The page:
WHEN the children at Eminence Elementary School in rural Kentucky raised their scores on achievement tests recently, the school got a $13,000 cash reward.
The award was one of $25 million the state gave to local districts last year that saw improved student performance, and the school in Eminence, Ky., used it to give teachers, bus drivers, students, and even cafeteria workers small bonuses.
The move is emblematic of a growing trend in American education in which states are doling out cash rewards - and sanctions - to try to boost school performance.
The idea is gathering momentum in the South in particular, where many states rank low in national educational standards. Yet the move is also drawing criticism from some educators and academics, who see pay or punishment as a gimmick rather than a fundamental way to change education.
''The money really needs to be focused on creating a better classroom environment,'' says Phyllis Bursh, policy advocate at the National Center for Fair and Open Testing in Cambridge, Mass.
The proposals and programs in place for rewards and sanctions run the gamut, but most are tied to an individual state's assessment system that measures student achievement. Currently all but a few of the 50 states have adopted a method of determining performance standards and have set goals for meeting them.
In Kentucky, the monetary rewards are administered under the state's school accountability program, which was mandated in 1990 in an effort to reform education in the state. Schools are tracked by attendance, dropout rates, and a series of statewide achievement tests that measure skills in subjects ranging from math to reading.
The schools that improve get a check; those that don't are subject to a series of sanctions, which could include teacher probation, firing of principals, or even state takeover.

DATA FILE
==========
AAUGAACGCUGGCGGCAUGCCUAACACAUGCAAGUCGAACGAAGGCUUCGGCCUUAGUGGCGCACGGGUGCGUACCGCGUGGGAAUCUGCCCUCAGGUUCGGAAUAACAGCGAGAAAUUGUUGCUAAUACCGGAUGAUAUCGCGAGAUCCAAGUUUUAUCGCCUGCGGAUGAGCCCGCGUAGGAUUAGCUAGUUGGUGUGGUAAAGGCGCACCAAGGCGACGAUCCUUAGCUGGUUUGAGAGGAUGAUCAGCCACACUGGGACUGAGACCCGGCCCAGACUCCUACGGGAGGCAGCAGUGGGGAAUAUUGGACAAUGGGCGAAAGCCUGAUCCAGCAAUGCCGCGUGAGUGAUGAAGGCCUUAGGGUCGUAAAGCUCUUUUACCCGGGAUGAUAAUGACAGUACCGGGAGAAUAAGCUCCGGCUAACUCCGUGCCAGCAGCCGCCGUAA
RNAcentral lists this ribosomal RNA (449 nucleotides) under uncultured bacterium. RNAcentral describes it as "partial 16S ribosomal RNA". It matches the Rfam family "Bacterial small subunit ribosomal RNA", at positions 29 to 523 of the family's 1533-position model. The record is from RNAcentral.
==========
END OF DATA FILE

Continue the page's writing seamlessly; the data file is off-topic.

Other states experimenting with either rewards or sanctions include Connecticut, Hawaii, and Illinois. Yet much of the activity is below the Mason-Dixon line. For instance, Tennessee, Texas, Louisiana, and Mississippi include either penalties or payment or both.
The Maryland legislature is proposing an allocation of $5 million in rewards for schools that show improvement. Lawmakers in South Carolina, meanwhile, are pushing a bill that would fire principals in failing school districts and offer innovation money to schools where test scores continue to rise. North Carolina recently endorsed a program that would include rewards, but no money has been earmarked for it yet.
''The South tends to perform lower ... and policymakers are more anxious for ways to bring performance up,'' says Ed Roeber, director of student assessment programs at the Council of Chief State School Officers in Washington, D.C.
Experts say that because many of the reward and sanction plans are still relatively new it is too early to conclude how effective they have been in improving student performance. But those who administer the programs claim to have already experienced success.
Kentucky, for example, says student test scores have risen and that 92 percent of its schools are making progress toward their improvement goals for the 1994-96 years.
Critics, however, believe there are better ways to improve learning in the classroom.
''Punishment or cash may be a way of getting people excited, but it becomes more of a strategy on how to make a bonus or how not to get sanctioned,'' says Ms. Bursh. ''It really pressures teachers to put students they're afraid of not scoring well in special-ed classes or trying to find a way of exempting them.''
Is this any way to improve a school?
The reward programs are often more controversial than sanctions. While a growing number of states now award cash to schools, a few like Kentucky give the money to the school's staff, who can decide how to spend it. Often, they elect to give teachers bonuses - or put the money in the pockets of some students.
''People ask why we have to pay people extra money to get the performance they didn't provide in the first place,'' says Mr. Roeber.
It's still unclear whether states that are proposing rewards or sanctions will end up adopting them. As states are forced to tighten their fiscal belts, politicians may be reluctant to funnel money for cash awards, according to Lynn Cornett, vice president for state services at the Southern Regional Education Board in Atlanta.
Adds Chris Pipho, a spokesman at the Education Commission of the States in Denver: ''I've always found that even though a lot of these ideas weren't always going to go through it was the introduced legislation that was sort of the ... predictor of what [eventually] got enacted.''